"He was a man to whom no task for the Jewish community was too modest or unimportant," said Alan Rothenberg, a past JCF president who knew Myers for 30 years. "He devoted his life to solving problems even before they appeared. He really believed in community and in solving things large and small. He believed that that's what we were put on this earth to do. No one who ever called and said they needed help with anything would get turned away."

Myers had a special interest in the elderly, and it is largely because of him that Menorah Park, the assisted-living center for Jewish seniors, was built. He believed so strongly in it, that he put up much of the money to buy the land for it himself, before it had wide support in the community.

When Menorah Park was built, "it was his proudest moment at the time," recalled Rothenberg. "Everyone was saying, 'How can the community afford it?' But he just bulldozed through with his own money until he could get the community to join him."

In 1988, Myers told the Jewish Bulletin. "Every time I drive by Menorah Park, I feel good. I feel proud of being able to help create it."

Myers was also instrumental in saving the JCC of San Francisco from financial ruin. He served as its president some 30 years ago, and then again about six years ago.

"He took the helm right when the JCC was being restructured, and set it on a course that led to its rejuvenation and new building," said Nate Levine, the JCC's executive director. "He did it with great style and dedication and commitment."

While he was JCF president, Myers oversaw the completion of the first phase of the largest demographic study of Jews ever done in the Bay Area. He also spearheaded the largest capital project ever to come before the JCF at that time, which was the $11 million Osher Marin JCC.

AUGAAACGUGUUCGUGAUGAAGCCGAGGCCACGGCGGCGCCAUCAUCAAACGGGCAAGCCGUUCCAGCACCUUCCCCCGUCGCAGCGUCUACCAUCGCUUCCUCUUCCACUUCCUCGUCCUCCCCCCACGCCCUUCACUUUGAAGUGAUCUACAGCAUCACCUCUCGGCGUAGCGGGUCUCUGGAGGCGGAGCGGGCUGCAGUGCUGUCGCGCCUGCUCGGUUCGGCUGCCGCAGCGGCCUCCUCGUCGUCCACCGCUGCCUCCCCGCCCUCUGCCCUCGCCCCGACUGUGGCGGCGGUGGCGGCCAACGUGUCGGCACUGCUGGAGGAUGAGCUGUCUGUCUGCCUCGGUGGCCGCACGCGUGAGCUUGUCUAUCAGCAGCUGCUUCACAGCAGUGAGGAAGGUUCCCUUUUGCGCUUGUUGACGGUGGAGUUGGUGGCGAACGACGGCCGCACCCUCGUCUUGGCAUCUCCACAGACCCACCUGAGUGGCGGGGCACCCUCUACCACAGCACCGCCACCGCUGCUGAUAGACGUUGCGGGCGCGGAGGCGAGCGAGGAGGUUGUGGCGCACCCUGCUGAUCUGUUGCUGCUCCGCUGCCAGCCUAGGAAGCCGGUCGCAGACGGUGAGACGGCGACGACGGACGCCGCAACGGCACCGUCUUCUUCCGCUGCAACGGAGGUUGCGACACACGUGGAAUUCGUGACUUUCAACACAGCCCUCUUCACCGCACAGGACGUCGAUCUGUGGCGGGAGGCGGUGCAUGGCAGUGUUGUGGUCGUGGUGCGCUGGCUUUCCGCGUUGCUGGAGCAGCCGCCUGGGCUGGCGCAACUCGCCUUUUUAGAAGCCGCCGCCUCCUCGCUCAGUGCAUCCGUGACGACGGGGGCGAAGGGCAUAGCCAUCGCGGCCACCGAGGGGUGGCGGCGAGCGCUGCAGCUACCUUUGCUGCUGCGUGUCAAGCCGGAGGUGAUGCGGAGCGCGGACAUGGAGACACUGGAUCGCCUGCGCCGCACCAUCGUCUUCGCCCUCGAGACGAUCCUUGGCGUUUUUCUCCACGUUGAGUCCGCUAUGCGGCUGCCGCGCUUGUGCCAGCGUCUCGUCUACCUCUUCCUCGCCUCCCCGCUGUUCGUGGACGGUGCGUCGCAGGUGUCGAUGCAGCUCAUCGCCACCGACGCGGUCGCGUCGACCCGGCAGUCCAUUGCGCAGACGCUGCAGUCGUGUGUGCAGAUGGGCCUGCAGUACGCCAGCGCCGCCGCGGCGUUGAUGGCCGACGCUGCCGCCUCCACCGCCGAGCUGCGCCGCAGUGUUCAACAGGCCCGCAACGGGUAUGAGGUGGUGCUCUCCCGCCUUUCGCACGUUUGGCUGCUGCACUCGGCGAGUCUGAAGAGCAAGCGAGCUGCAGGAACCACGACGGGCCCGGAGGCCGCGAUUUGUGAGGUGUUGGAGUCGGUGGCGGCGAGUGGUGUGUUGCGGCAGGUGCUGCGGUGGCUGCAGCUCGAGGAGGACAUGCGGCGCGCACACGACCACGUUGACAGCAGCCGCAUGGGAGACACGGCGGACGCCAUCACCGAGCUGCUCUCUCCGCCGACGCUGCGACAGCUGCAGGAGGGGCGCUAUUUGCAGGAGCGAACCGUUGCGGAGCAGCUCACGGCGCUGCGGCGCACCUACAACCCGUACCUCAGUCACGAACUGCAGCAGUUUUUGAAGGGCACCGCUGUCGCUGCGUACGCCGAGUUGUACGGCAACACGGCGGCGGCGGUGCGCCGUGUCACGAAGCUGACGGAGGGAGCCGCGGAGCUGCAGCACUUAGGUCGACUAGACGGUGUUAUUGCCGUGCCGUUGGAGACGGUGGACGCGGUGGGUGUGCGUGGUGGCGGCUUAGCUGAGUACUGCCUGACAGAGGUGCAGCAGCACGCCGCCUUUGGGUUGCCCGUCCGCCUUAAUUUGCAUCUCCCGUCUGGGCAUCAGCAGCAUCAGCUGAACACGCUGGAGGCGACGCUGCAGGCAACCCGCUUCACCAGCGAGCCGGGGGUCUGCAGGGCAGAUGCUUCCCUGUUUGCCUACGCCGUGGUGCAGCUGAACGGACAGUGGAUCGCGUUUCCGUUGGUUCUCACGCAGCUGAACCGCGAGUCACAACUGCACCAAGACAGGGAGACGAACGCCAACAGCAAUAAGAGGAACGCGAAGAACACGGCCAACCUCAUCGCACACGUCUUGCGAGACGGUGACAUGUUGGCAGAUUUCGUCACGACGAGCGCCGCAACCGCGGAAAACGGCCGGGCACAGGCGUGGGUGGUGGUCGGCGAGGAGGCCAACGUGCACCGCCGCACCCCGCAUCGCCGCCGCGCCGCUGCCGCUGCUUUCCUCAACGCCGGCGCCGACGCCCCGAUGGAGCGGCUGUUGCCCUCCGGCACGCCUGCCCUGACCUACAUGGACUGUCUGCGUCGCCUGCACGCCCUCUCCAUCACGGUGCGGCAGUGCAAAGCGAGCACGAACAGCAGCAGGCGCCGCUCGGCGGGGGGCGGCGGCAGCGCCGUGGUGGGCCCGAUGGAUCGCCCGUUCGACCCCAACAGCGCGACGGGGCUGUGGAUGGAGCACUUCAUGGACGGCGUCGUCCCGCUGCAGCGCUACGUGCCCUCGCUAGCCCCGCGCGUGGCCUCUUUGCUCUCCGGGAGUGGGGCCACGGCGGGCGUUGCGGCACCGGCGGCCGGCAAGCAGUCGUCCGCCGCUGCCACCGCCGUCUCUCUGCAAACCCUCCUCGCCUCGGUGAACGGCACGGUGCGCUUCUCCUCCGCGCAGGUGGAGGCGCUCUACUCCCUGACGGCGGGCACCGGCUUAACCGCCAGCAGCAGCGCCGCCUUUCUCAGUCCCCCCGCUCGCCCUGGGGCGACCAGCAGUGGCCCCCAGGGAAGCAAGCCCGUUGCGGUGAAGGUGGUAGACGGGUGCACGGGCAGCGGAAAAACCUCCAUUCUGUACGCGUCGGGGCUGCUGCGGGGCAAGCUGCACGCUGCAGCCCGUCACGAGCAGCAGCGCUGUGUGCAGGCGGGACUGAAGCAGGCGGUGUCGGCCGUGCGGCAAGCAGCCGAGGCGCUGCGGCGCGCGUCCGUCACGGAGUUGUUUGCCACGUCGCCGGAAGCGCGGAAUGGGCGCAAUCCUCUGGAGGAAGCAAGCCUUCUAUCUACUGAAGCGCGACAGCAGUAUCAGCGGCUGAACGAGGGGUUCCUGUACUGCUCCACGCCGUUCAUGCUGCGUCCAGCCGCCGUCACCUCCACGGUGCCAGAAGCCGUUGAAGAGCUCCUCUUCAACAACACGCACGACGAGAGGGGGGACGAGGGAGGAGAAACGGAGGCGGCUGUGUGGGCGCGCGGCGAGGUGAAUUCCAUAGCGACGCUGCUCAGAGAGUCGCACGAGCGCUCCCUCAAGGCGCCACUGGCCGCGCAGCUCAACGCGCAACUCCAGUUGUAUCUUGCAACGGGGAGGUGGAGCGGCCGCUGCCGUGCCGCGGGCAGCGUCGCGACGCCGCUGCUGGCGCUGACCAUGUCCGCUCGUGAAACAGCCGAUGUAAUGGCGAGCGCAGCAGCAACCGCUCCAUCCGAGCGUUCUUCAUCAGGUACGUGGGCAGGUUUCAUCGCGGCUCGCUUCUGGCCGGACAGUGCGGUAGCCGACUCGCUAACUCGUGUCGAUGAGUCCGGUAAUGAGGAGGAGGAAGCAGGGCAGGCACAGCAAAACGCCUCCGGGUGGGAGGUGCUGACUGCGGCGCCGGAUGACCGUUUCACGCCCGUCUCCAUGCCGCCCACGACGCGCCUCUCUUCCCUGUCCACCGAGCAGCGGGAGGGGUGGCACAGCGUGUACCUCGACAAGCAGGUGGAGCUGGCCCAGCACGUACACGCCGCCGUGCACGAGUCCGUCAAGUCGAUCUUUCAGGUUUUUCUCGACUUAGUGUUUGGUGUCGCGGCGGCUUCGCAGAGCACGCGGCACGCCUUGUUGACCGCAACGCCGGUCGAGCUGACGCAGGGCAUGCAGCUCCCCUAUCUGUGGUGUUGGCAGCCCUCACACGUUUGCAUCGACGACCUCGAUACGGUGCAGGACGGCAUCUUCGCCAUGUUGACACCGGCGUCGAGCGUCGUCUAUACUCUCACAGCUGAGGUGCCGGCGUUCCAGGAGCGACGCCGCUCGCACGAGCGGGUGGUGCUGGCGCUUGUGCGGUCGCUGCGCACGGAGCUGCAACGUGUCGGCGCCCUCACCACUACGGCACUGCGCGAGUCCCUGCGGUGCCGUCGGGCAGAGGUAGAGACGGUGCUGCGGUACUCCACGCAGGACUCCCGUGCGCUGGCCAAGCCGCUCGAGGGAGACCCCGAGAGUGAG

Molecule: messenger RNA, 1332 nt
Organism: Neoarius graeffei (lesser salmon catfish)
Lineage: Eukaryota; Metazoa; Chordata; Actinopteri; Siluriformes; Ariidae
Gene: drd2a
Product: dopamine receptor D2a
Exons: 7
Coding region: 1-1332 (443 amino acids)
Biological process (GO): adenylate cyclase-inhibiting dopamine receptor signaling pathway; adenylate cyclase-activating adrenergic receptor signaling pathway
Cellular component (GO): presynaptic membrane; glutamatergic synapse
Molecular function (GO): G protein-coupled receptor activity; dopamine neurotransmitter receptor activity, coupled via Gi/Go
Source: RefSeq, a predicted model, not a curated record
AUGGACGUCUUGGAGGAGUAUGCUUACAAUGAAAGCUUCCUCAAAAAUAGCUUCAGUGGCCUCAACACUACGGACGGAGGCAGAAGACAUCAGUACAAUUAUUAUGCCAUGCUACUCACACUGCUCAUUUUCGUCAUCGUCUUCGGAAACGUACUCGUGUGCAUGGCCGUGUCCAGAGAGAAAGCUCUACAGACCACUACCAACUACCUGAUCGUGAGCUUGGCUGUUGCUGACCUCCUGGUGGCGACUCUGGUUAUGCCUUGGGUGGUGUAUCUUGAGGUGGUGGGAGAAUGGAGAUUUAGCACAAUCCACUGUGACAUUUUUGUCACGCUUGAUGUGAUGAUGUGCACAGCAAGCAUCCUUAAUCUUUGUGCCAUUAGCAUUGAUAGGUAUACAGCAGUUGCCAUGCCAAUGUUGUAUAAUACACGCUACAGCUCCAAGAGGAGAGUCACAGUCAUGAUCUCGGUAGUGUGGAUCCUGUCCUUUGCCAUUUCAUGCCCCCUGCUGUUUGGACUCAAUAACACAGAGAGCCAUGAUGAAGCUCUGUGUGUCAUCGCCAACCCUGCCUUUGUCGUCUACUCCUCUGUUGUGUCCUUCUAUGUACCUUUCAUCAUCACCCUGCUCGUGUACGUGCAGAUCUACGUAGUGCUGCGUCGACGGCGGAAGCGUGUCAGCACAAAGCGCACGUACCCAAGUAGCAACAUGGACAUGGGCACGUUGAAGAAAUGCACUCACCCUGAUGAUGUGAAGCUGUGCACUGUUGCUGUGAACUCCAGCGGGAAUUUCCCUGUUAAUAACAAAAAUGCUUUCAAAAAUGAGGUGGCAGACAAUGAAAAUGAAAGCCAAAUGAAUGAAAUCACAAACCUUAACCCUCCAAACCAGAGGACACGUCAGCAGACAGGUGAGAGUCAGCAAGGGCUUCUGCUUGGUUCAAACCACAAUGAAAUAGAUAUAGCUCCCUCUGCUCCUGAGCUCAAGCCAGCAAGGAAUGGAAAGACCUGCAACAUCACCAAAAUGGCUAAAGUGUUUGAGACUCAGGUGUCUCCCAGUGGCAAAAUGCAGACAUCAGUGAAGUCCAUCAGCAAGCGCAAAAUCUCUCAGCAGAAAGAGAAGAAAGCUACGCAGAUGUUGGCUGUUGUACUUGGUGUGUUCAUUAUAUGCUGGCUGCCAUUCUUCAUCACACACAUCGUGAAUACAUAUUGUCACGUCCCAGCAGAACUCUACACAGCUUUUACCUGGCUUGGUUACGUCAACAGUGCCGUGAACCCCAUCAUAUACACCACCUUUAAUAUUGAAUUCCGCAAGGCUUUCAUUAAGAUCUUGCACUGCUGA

It was also under his tenure that the JCF began distributing its allocations in Israel by bypassing the Jewish Agency.

Myers was also involved in the Jewish community on the national level. In the mid-1980s, he served as vice president of the Council of Jewish Federations, and in 1990, he served as co-chair of the Council of Jewish Federations' General Assembly, as it was held that year in San Francisco. To do this job, he presided over the steering committee of 50 and a volunteer group of about 800.

In the non-Jewish world, Myers served on several committees of the United Way, as director of the San Francisco Builders Exchange and of the Concordia-Argonaut Club.

Myers was battling cancer for years, and throughout his ordeal, he never complained, said Zlot. "He always said he felt fine, and would not cut back on his full schedule of luncheon dates, even though he had a full schedule of doctor's appointments."

Rothenberg recalled an April 2001 dinner that kicked off the JCC's capital campaign and also honored Myers. By that point it was quite clear that Myers did not have much time left, and Rothenberg felt grateful that his friend had the rare opportunity to hear how much the community appreciated his efforts.

"It was a way to say thank you to someone who you could never say thank you to," he said.

In 1988, Myers was interviewed by the Jewish Bulletin about his term as JCF president, and said something that, no doubt, anyone who knew him would agree with.

He said, "I would like to be remembered as someone who extended himself to the nth degree for our community."

Myers is survived by his wife, Eleanor, of San Francisco; son, Mark, of Kentfield; daughter, Lisa Goldman, of San Francisco; five grandchildren; and brothers Morey of Scranton and Lee of La Jolla.

Donations can be made to the JCC of S.F., 1808 Wedemeyer St., S.F., CA 94129, or the Dr. S.Z. and Libbye Myers Fund at the Jewish Home, 302 Silver Ave., S.F., CA 94112.

Alix Wall
Alix Wall

Alix Wall is a contributing editor to J. She is also the founder of the Illuminoshi: The Not-So-Secret Society of Bay Area Jewish Food Professionals and is writer/producer of a documentary-in-progress called "The Lonely Child."